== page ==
Perfectionism. Sometimes I don’t even notice I’m slipping into it until I’m freezing up, deep in procrastination mode – it’s dangerous. I know it stems from feeling like I have to represent something bigger than myself, being the only person who looks like me in most spaces I go into – but I’m trying to think less about what I’m saying about myself through my work now and just focus on making good work.
How important would you say social media and self-promotion are to your work?
To be honest, I am terrible at being consistent on social media – my ADHD brain just cannot handle it!
At some point, I was posting regularly, but now I just use [my accounts] as platforms to stay in touch with friends, update myself on what’s going on, and when I’m able to, share some photography or other bits. I keep an account for fish illustrations I’ve spotted, though, so it’s a useful diary tool. My advice would be to not worry about it too much. Post what you want, or don’t.
What have been your greatest learnings with making money and supporting yourself as a creative?
Generally, I take on extra work where I can, not just for the money (though it helps) but because I want to learn and experience new things. It keeps my mind active and my motivation high, making me a better creative at the end of the day.
I’ve learnt to manage my time better as a result. It could always be even better, of course – as my partner and creative partner remind me – but I would say it’s better than before. It also helps having great people around you. I wouldn’t be able to hold down a full-time role, organise a festival, plan and facilitate creative workshops, build community spaces, volunteer with community groups, work on my own projects and pick up other bits if I didn’t have others to work alongside. So if you can, work with people who motivate and support you.
Have you benefited from any other access schemes, initiatives or mentorships you’d like to share?
I’m a fiend for a good scheme or initiative and I’m always sharing the ones I find, especially now that I can’t apply myself as an ex-“young person” – RIP.
I’ve already named a few great ones which have benefited me: Livity’s In Future List, The Marketing Academy Foundation, A New Direction and Create Jobs.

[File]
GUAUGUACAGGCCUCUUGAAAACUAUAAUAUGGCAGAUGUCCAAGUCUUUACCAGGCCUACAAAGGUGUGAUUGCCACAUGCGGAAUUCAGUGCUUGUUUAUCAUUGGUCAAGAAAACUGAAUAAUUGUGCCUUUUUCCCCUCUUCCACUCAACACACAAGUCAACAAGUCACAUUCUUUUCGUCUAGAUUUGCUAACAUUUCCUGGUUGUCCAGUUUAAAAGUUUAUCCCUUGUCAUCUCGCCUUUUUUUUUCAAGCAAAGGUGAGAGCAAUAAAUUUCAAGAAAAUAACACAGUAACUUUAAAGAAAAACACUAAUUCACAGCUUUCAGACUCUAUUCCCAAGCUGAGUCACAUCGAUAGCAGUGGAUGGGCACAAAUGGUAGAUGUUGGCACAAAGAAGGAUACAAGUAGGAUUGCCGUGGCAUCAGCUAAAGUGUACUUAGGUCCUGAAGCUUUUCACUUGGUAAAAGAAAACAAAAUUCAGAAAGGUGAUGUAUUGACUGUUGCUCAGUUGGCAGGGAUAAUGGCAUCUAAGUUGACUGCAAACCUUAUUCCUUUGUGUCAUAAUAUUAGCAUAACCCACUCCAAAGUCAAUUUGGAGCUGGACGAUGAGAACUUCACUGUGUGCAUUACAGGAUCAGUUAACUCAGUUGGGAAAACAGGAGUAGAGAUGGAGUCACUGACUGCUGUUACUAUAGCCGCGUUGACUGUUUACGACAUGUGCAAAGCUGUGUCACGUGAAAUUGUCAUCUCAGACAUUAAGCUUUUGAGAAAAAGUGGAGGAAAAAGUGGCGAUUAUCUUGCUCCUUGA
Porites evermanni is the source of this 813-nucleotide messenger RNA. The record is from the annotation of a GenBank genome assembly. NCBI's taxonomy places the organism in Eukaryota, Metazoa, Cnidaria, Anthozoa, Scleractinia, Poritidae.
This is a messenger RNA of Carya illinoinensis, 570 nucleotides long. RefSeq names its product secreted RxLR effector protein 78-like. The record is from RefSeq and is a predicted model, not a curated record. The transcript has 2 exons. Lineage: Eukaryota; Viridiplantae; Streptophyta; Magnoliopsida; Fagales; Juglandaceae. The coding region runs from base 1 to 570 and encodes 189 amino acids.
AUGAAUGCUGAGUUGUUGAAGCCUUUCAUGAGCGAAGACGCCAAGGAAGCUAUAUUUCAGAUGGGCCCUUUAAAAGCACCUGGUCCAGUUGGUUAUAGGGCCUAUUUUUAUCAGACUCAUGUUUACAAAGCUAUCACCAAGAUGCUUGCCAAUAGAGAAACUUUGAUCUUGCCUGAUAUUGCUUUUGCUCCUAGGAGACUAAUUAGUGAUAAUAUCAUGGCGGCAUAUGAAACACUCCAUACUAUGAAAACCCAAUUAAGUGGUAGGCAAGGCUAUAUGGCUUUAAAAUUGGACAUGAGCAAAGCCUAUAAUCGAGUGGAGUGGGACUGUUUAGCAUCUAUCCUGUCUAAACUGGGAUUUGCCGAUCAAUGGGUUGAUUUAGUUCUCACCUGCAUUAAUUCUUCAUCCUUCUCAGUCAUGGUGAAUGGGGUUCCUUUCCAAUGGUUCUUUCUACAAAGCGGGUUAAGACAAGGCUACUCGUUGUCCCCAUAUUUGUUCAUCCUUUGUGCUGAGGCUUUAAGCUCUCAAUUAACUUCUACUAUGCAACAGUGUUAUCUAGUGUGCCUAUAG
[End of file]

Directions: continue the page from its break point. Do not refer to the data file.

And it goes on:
There’s also [Wieden+Kennedy’s] The Kennedys, Outvertising’s Mentoring Programme, Creative Mentor Network and Media Trust. And keep an eye on opportunities boards like the one on Creative Lives in Progress, for sure; there’s loads out there.
Apply for everything you can, even if you don’t get it or even necessarily want it. You’ll learn about yourself and what you want in the process.
What’s the best career-related advice you’ve ever received?
Make it happen, one way or another. Your goals may seem far away but if you want to do it, you will – not by keeping it hidden in your head or putting it on a pedestal, but by making it happen. So apply, apply, apply – develop that idea, break down the tasks, pitch it to people you know, write that funding application, make it with your own hands, or just start by speaking it into existence.
What advice would you give someone looking to get into a similar career?
Keep an eye on the resources out there – there are so many useful ones. And when in doubt, just ask; people are more willing to help than you think. Some of my favourite places to find opportunities include Creative Lives in Progress, I Like Networking, Run the Check, The Guestlist, The Dots and LinkedIn. (If you have any others, send them to me!)
Jeng Au was part of Livity’s 2022 In Future List cohort.
To find out more about the mentorship and workshop programme – including how to apply for this year’s intake – check out their Opportunities Board listing here. Deadline 12th February.
Interview by Frankie Faccion
Mention Jeng Au